We all love a good one-off or anthology, but it’s the thrill of a series that keeps us coming back to our comic shop week-in, week-out. Whether it’s a brand new creator-owned series or a staple of the big two, serialized storytelling allows for bigger casts, bigger worlds, and bigger adventures. That bigness was on full display this year, as series made grand statement after grand statement about what they were all about. These are our top 10 series of 2016. Continue reading →
You know you shouldn’t judge a book by its cover, but that doesn’t mean you can’t judge the cover on its own merit. Some covers are so excellent that they pack all the drama, excitement and emotion of the whole issue into one succinct image. Sometimes they end up being their own surreal experience. And other times, we’re just exciting to see our favorite heroes kicking ass one more time. These are our top 10 covers of 2016.Continue reading →
Today, Ryan M. and Spencer are discussing Mockingbird 8, originally released October 19th, 2016. As always, this article contains SPOILERS.
Ryan M.: When the cover of an issue includes the eponymous heroine wearing an “Ask me about my feminist agenda” t-shirt, you have no choice but to examine the work therein with a feminist lens. I will admit that going into the issue, I expected it to contend with Bobbi’s reactions to her rapist stalker and how she deals with being a trauma survivor, possibly with irreverent jokes about corgis and effortless flirting with Hunter. Instead Chelsea Cain and Kate Niemczyk deliver those corgi jokes and Hunter-flirting as they reveal the feeble heart of the patriarchy and use the Phantom Rider to skewer it.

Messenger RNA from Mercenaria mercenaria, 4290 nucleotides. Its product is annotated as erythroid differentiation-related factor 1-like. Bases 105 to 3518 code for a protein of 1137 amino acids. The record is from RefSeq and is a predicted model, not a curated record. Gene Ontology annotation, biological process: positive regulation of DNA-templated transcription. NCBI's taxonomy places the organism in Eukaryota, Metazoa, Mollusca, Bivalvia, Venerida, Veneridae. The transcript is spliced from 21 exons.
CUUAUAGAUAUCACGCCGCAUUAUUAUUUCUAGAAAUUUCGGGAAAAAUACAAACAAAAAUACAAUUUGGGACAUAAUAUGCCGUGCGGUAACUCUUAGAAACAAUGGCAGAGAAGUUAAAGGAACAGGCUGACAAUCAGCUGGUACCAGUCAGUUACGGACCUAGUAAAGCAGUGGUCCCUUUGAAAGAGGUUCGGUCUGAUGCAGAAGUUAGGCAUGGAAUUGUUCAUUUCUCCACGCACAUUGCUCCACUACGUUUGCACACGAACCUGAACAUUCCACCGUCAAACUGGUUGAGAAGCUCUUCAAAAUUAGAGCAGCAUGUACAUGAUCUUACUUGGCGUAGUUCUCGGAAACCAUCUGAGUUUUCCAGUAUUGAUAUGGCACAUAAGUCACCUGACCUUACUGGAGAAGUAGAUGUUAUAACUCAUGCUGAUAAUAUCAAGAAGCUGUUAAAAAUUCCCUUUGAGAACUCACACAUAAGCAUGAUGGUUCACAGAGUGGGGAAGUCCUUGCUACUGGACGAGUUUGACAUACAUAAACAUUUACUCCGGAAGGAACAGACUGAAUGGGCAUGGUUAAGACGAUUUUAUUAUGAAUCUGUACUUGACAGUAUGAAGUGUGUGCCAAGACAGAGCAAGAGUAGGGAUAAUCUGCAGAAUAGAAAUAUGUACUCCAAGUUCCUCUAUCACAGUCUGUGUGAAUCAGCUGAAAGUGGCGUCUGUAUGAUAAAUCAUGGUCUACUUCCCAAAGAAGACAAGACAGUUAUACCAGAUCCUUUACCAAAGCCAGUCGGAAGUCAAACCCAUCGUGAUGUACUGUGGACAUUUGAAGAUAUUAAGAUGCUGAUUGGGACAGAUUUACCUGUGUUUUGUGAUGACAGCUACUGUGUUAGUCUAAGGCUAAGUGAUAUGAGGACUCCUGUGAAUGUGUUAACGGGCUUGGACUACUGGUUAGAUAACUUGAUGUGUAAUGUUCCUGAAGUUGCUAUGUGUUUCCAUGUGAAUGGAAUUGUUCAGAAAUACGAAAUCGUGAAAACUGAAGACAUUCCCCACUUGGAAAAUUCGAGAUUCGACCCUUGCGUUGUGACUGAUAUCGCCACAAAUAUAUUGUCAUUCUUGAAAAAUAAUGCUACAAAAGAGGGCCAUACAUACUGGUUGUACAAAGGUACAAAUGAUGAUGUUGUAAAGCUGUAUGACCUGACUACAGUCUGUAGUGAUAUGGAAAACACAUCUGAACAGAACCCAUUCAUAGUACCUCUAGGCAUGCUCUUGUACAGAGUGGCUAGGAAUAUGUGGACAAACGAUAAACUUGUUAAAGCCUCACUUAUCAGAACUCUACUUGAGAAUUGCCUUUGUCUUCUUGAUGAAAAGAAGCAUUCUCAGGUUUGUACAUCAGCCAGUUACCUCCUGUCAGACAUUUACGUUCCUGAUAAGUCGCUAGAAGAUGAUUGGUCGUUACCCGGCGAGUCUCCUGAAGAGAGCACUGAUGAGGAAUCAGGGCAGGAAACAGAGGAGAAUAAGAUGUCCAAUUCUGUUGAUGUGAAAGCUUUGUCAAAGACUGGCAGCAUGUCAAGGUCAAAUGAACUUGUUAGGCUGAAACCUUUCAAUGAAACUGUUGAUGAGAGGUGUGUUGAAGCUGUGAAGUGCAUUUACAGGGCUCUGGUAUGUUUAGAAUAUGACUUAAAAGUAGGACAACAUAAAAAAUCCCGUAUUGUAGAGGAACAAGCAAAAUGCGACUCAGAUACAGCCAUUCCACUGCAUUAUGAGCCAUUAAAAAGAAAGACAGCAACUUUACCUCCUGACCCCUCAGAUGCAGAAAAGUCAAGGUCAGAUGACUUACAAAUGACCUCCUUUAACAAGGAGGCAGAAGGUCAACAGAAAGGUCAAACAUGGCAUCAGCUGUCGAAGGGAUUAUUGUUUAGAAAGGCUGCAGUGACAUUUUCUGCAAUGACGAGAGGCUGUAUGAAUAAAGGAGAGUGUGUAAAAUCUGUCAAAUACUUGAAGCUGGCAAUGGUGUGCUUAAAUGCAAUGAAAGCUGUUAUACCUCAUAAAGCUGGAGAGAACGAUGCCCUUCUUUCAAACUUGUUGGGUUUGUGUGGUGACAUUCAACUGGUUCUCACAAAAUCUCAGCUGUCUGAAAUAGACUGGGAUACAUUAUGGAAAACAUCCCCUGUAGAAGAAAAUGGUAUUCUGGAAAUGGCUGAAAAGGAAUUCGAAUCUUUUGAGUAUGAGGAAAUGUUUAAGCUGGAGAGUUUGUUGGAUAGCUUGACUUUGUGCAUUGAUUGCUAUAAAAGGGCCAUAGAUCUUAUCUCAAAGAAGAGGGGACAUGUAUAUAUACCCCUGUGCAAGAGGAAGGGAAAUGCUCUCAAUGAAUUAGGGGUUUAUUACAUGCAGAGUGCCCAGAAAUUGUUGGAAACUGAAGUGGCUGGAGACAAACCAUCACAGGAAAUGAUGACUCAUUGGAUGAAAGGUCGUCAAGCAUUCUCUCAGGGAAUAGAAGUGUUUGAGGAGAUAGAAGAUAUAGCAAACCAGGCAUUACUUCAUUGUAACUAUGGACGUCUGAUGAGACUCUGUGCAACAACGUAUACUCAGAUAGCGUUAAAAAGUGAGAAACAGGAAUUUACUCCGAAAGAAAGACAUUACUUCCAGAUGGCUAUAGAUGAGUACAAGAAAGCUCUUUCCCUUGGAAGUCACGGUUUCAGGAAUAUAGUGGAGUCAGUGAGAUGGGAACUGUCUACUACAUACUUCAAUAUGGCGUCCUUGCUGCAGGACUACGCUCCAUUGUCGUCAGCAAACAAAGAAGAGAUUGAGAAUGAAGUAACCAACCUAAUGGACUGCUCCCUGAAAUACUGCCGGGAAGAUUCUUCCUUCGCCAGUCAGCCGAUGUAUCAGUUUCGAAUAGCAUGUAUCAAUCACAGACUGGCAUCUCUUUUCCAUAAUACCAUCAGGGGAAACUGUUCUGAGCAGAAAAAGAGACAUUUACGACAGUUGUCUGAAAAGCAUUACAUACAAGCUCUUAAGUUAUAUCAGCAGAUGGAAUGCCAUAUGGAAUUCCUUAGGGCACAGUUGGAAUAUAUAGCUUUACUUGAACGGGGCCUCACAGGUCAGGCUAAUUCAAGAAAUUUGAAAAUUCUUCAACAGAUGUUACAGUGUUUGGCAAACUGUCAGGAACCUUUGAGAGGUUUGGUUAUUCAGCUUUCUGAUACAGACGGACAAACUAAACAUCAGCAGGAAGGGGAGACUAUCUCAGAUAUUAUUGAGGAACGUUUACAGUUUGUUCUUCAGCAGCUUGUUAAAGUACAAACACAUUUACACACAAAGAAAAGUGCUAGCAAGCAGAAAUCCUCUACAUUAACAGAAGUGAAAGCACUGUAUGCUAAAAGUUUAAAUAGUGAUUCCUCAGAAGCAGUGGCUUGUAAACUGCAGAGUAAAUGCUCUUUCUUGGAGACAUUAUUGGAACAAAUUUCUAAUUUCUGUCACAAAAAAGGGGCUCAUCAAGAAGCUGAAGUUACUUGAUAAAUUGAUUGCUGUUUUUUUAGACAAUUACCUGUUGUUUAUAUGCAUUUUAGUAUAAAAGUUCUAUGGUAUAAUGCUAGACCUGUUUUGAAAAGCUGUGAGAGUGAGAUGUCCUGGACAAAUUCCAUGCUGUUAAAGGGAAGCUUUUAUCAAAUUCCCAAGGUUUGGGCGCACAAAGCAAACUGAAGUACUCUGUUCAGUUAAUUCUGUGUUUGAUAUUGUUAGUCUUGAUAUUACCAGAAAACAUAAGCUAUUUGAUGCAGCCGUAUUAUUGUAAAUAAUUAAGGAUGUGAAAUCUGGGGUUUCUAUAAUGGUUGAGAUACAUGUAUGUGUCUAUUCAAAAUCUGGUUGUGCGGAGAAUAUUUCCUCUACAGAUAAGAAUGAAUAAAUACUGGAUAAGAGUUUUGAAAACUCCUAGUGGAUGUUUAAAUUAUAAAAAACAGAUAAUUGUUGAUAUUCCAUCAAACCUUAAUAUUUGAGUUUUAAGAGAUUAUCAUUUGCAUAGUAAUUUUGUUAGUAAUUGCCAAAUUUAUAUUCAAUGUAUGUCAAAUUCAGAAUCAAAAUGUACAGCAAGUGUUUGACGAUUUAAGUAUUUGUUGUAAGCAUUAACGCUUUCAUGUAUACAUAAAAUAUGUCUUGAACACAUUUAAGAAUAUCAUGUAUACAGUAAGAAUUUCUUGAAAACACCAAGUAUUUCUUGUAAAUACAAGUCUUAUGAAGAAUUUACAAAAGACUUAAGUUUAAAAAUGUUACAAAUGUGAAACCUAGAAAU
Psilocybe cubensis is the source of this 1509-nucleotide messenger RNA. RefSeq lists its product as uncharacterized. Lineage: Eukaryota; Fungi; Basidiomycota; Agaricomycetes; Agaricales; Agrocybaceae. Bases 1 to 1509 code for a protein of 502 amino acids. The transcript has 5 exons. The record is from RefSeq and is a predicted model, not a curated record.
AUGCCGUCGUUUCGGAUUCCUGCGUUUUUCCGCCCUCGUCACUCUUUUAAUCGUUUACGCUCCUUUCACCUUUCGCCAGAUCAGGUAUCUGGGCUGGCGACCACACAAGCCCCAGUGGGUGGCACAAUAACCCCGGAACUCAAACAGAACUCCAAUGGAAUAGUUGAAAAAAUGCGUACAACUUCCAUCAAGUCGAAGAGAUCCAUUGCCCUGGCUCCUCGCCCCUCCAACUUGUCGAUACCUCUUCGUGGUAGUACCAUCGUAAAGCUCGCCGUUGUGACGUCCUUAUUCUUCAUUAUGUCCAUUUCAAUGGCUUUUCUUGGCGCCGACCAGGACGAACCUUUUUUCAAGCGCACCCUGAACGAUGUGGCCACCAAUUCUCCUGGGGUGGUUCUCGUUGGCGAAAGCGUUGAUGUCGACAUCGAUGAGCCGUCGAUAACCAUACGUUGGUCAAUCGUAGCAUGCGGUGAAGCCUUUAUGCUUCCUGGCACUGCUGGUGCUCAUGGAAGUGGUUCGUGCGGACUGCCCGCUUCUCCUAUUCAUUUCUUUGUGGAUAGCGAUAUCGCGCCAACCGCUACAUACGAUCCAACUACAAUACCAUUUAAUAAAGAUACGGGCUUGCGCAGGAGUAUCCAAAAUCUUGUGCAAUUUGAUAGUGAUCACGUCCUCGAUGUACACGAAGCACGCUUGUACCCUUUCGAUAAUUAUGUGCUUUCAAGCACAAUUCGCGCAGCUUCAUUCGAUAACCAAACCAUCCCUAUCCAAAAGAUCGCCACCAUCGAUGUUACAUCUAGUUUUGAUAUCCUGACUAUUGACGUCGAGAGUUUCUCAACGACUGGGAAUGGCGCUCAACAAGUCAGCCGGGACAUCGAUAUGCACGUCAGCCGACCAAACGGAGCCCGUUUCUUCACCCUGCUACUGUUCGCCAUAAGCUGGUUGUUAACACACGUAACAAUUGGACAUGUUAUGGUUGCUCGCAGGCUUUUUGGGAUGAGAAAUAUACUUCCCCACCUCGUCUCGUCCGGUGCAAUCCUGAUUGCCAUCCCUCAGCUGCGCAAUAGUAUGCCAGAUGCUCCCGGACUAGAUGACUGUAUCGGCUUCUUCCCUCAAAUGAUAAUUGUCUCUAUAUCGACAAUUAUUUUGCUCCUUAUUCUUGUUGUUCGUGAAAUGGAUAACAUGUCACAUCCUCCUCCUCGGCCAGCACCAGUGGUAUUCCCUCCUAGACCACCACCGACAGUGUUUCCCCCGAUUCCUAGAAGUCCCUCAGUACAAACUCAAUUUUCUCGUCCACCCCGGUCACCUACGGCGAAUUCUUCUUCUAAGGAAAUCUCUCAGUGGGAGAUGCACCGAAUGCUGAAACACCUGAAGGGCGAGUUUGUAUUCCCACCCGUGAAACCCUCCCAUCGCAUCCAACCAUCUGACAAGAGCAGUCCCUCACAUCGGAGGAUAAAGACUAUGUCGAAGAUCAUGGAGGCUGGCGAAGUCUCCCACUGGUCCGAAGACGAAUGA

Today, Taylor and Ryan M. are discussing Mockingbird 1, originally released March 9th, 2016.
Taylor: Being a middle school teacher, I’m around people trying to be something they’re not almost all day. That’s no dig against the kids I teach — I remember when I was in middle school I was in a similar state. When you’re young, you try on different personalities all the time. Some fit, most don’t, and the result is most of the time you’re left attempting to be something alien to your core self. Barbara Morse, a.k.a. Mockingbird, may be an adult, but like the bird that is her namesake (and middle schoolers), she’s still in search of her identity. This defining aspect of her first issue is both its strength and weakness.